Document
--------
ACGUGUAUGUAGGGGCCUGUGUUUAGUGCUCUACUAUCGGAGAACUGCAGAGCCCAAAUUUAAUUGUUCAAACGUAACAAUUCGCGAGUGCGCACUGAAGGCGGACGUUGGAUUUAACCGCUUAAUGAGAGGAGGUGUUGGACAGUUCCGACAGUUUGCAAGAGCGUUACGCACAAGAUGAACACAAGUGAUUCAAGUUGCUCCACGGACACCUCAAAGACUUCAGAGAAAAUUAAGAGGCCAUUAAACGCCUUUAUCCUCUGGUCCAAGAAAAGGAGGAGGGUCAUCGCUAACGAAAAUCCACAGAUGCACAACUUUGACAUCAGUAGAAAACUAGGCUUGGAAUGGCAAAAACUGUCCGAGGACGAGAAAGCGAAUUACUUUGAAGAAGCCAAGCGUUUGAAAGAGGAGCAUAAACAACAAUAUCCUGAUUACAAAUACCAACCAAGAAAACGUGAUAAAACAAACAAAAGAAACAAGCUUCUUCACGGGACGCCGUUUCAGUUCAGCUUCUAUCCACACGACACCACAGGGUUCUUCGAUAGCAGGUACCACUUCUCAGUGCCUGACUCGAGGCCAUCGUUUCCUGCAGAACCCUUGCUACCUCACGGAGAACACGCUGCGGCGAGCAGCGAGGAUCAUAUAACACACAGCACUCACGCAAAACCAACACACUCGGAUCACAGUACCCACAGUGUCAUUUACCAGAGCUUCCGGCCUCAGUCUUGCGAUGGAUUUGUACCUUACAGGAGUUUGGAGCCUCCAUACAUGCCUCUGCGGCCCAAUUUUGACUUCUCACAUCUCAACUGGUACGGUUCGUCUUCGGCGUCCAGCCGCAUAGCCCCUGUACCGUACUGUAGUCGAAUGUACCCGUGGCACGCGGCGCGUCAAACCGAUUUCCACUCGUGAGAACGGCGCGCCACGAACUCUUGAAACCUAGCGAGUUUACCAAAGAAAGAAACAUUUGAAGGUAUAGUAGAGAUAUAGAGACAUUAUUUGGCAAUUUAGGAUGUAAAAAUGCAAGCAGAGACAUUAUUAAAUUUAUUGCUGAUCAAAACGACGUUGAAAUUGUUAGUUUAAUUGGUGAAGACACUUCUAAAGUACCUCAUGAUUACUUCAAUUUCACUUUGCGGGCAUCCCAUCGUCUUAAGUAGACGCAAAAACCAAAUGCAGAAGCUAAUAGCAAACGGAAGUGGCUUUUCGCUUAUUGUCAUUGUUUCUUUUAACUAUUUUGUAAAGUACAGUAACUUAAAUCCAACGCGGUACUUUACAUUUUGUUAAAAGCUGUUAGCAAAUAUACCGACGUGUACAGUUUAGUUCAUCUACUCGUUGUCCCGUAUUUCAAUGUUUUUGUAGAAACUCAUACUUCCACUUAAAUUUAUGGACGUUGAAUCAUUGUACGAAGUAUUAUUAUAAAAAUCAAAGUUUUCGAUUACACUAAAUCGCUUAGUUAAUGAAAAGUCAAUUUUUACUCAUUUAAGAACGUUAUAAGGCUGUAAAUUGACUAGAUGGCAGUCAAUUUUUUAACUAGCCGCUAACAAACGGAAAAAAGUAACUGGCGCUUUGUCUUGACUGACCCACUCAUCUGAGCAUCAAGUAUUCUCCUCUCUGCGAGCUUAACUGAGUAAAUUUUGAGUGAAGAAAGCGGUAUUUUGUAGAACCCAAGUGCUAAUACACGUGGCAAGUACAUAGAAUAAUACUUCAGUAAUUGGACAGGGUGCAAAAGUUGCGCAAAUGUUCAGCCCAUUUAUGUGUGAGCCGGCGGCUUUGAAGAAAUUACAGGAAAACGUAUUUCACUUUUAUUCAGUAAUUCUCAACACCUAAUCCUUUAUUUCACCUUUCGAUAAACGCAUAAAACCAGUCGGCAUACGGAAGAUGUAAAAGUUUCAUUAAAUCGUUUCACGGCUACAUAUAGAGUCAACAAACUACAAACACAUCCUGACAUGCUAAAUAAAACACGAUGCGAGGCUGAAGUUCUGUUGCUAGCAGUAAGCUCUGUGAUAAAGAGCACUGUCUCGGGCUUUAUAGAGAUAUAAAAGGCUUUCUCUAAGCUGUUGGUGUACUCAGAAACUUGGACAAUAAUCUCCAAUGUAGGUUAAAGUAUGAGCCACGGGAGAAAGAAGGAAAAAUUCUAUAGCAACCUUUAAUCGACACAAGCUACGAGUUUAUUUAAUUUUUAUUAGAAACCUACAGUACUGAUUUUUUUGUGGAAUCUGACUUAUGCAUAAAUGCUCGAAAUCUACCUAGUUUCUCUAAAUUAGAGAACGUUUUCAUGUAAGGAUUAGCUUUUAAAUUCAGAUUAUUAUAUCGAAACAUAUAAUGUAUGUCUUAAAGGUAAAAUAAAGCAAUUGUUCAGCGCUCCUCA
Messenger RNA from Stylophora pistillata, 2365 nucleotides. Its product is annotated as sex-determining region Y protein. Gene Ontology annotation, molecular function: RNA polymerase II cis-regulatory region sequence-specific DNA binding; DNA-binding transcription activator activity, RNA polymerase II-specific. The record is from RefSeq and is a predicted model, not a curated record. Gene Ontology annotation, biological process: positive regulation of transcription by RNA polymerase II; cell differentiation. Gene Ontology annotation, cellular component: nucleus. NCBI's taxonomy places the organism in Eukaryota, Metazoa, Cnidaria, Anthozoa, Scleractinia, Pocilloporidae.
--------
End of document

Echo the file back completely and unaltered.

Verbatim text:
ACGUGUAUGUAGGGGCCUGUGUUUAGUGCUCUACUAUCGGAGAACUGCAGAGCCCAAAUUUAAUUGUUCAAACGUAACAAUUCGCGAGUGCGCACUGAAGGCGGACGUUGGAUUUAACCGCUUAAUGAGAGGAGGUGUUGGACAGUUCCGACAGUUUGCAAGAGCGUUACGCACAAGAUGAACACAAGUGAUUCAAGUUGCUCCACGGACACCUCAAAGACUUCAGAGAAAAUUAAGAGGCCAUUAAACGCCUUUAUCCUCUGGUCCAAGAAAAGGAGGAGGGUCAUCGCUAACGAAAAUCCACAGAUGCACAACUUUGACAUCAGUAGAAAACUAGGCUUGGAAUGGCAAAAACUGUCCGAGGACGAGAAAGCGAAUUACUUUGAAGAAGCCAAGCGUUUGAAAGAGGAGCAUAAACAACAAUAUCCUGAUUACAAAUACCAACCAAGAAAACGUGAUAAAACAAACAAAAGAAACAAGCUUCUUCACGGGACGCCGUUUCAGUUCAGCUUCUAUCCACACGACACCACAGGGUUCUUCGAUAGCAGGUACCACUUCUCAGUGCCUGACUCGAGGCCAUCGUUUCCUGCAGAACCCUUGCUACCUCACGGAGAACACGCUGCGGCGAGCAGCGAGGAUCAUAUAACACACAGCACUCACGCAAAACCAACACACUCGGAUCACAGUACCCACAGUGUCAUUUACCAGAGCUUCCGGCCUCAGUCUUGCGAUGGAUUUGUACCUUACAGGAGUUUGGAGCCUCCAUACAUGCCUCUGCGGCCCAAUUUUGACUUCUCACAUCUCAACUGGUACGGUUCGUCUUCGGCGUCCAGCCGCAUAGCCCCUGUACCGUACUGUAGUCGAAUGUACCCGUGGCACGCGGCGCGUCAAACCGAUUUCCACUCGUGAGAACGGCGCGCCACGAACUCUUGAAACCUAGCGAGUUUACCAAAGAAAGAAACAUUUGAAGGUAUAGUAGAGAUAUAGAGACAUUAUUUGGCAAUUUAGGAUGUAAAAAUGCAAGCAGAGACAUUAUUAAAUUUAUUGCUGAUCAAAACGACGUUGAAAUUGUUAGUUUAAUUGGUGAAGACACUUCUAAAGUACCUCAUGAUUACUUCAAUUUCACUUUGCGGGCAUCCCAUCGUCUUAAGUAGACGCAAAAACCAAAUGCAGAAGCUAAUAGCAAACGGAAGUGGCUUUUCGCUUAUUGUCAUUGUUUCUUUUAACUAUUUUGUAAAGUACAGUAACUUAAAUCCAACGCGGUACUUUACAUUUUGUUAAAAGCUGUUAGCAAAUAUACCGACGUGUACAGUUUAGUUCAUCUACUCGUUGUCCCGUAUUUCAAUGUUUUUGUAGAAACUCAUACUUCCACUUAAAUUUAUGGACGUUGAAUCAUUGUACGAAGUAUUAUUAUAAAAAUCAAAGUUUUCGAUUACACUAAAUCGCUUAGUUAAUGAAAAGUCAAUUUUUACUCAUUUAAGAACGUUAUAAGGCUGUAAAUUGACUAGAUGGCAGUCAAUUUUUUAACUAGCCGCUAACAAACGGAAAAAAGUAACUGGCGCUUUGUCUUGACUGACCCACUCAUCUGAGCAUCAAGUAUUCUCCUCUCUGCGAGCUUAACUGAGUAAAUUUUGAGUGAAGAAAGCGGUAUUUUGUAGAACCCAAGUGCUAAUACACGUGGCAAGUACAUAGAAUAAUACUUCAGUAAUUGGACAGGGUGCAAAAGUUGCGCAAAUGUUCAGCCCAUUUAUGUGUGAGCCGGCGGCUUUGAAGAAAUUACAGGAAAACGUAUUUCACUUUUAUUCAGUAAUUCUCAACACCUAAUCCUUUAUUUCACCUUUCGAUAAACGCAUAAAACCAGUCGGCAUACGGAAGAUGUAAAAGUUUCAUUAAAUCGUUUCACGGCUACAUAUAGAGUCAACAAACUACAAACACAUCCUGACAUGCUAAAUAAAACACGAUGCGAGGCUGAAGUUCUGUUGCUAGCAGUAAGCUCUGUGAUAAAGAGCACUGUCUCGGGCUUUAUAGAGAUAUAAAAGGCUUUCUCUAAGCUGUUGGUGUACUCAGAAACUUGGACAAUAAUCUCCAAUGUAGGUUAAAGUAUGAGCCACGGGAGAAAGAAGGAAAAAUUCUAUAGCAACCUUUAAUCGACACAAGCUACGAGUUUAUUUAAUUUUUAUUAGAAACCUACAGUACUGAUUUUUUUGUGGAAUCUGACUUAUGCAUAAAUGCUCGAAAUCUACCUAGUUUCUCUAAAUUAGAGAACGUUUUCAUGUAAGGAUUAGCUUUUAAAUUCAGAUUAUUAUAUCGAAACAUAUAAUGUAUGUCUUAAAGGUAAAAUAAAGCAAUUGUUCAGCGCUCCUCA
Messenger RNA from Stylophora pistillata, 2365 nucleotides. Its product is annotated as sex-determining region Y protein. Gene Ontology annotation, molecular function: RNA polymerase II cis-regulatory region sequence-specific DNA binding; DNA-binding transcription activator activity, RNA polymerase II-specific. The record is from RefSeq and is a predicted model, not a curated record. Gene Ontology annotation, biological process: positive regulation of transcription by RNA polymerase II; cell differentiation. Gene Ontology annotation, cellular component: nucleus. NCBI's taxonomy places the organism in Eukaryota, Metazoa, Cnidaria, Anthozoa, Scleractinia, Pocilloporidae.